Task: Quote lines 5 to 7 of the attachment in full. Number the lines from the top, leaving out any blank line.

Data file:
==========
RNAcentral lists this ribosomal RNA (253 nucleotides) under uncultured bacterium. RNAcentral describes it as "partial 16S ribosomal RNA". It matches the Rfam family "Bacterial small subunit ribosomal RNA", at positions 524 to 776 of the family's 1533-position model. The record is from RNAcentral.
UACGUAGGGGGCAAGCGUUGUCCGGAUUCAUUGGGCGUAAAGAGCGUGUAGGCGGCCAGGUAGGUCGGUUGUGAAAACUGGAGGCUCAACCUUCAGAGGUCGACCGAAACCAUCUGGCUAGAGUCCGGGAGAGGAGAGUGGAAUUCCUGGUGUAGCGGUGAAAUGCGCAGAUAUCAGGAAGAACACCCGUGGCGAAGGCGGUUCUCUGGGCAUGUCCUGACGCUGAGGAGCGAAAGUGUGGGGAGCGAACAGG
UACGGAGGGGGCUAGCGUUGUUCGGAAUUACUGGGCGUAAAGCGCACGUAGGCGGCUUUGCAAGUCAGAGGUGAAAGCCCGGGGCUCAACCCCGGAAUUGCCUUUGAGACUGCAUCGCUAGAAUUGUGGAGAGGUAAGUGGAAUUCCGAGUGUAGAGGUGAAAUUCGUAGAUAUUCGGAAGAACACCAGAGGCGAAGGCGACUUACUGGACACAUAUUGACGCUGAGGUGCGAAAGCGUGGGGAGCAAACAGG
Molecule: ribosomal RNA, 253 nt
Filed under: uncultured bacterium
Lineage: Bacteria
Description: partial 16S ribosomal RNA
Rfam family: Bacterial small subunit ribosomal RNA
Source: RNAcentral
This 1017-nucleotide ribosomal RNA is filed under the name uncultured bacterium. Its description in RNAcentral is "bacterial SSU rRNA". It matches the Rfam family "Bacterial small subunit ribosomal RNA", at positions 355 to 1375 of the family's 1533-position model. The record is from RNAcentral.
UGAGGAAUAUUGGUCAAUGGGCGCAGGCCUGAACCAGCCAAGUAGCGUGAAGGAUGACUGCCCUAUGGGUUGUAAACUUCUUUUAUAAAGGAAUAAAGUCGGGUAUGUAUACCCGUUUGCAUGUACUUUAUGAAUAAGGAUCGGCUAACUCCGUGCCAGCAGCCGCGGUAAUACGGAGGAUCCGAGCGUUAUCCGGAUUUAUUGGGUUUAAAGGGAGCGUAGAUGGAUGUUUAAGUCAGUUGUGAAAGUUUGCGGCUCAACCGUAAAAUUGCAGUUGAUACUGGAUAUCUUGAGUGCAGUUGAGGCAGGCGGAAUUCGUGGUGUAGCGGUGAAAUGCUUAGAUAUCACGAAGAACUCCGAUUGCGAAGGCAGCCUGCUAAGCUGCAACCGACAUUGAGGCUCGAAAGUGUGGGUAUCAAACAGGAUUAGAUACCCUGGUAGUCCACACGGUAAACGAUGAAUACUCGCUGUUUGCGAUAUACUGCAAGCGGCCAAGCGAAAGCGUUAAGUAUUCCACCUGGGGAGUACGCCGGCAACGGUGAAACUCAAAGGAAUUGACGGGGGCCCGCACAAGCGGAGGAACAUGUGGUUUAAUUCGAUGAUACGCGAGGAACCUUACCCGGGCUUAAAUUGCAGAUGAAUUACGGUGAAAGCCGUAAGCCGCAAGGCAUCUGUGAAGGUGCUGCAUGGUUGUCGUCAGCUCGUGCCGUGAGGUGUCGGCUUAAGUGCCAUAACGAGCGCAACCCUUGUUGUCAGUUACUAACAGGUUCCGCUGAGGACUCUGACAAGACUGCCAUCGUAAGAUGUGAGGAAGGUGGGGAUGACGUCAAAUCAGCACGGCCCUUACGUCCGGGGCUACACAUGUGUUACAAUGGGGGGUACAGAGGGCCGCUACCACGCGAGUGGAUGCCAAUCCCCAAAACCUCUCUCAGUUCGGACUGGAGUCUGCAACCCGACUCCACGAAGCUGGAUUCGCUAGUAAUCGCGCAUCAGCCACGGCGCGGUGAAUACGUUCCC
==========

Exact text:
Filed under: uncultured bacterium
Lineage: Bacteria
Description: partial 16S ribosomal RNA